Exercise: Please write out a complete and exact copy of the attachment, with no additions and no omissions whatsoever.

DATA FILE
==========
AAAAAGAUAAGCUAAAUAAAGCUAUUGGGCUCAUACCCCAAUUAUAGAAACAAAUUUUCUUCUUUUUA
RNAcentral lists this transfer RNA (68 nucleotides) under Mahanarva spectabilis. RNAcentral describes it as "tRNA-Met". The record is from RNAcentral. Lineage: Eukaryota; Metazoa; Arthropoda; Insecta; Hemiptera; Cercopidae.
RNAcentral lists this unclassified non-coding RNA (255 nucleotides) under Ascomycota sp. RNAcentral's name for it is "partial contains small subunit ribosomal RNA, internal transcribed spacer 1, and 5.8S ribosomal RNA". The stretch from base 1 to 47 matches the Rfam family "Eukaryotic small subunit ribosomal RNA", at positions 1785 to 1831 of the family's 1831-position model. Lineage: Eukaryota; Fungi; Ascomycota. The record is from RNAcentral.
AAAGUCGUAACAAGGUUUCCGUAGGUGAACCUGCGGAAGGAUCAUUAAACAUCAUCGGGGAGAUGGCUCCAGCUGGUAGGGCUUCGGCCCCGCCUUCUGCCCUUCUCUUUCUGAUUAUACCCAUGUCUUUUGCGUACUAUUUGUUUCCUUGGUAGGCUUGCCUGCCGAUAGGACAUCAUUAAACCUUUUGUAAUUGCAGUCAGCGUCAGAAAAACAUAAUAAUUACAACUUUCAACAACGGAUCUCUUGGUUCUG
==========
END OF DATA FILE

AAAAAGAUAAGCUAAAUAAAGCUAUUGGGCUCAUACCCCAAUUAUAGAAACAAAUUUUCUUCUUUUUA
RNAcentral lists this transfer RNA (68 nucleotides) under Mahanarva spectabilis. RNAcentral describes it as "tRNA-Met". The record is from RNAcentral. Lineage: Eukaryota; Metazoa; Arthropoda; Insecta; Hemiptera; Cercopidae.
RNAcentral lists this unclassified non-coding RNA (255 nucleotides) under Ascomycota sp. RNAcentral's name for it is "partial contains small subunit ribosomal RNA, internal transcribed spacer 1, and 5.8S ribosomal RNA". The stretch from base 1 to 47 matches the Rfam family "Eukaryotic small subunit ribosomal RNA", at positions 1785 to 1831 of the family's 1831-position model. Lineage: Eukaryota; Fungi; Ascomycota. The record is from RNAcentral.
AAAGUCGUAACAAGGUUUCCGUAGGUGAACCUGCGGAAGGAUCAUUAAACAUCAUCGGGGAGAUGGCUCCAGCUGGUAGGGCUUCGGCCCCGCCUUCUGCCCUUCUCUUUCUGAUUAUACCCAUGUCUUUUGCGUACUAUUUGUUUCCUUGGUAGGCUUGCCUGCCGAUAGGACAUCAUUAAACCUUUUGUAAUUGCAGUCAGCGUCAGAAAAACAUAAUAAUUACAACUUUCAACAACGGAUCUCUUGGUUCUG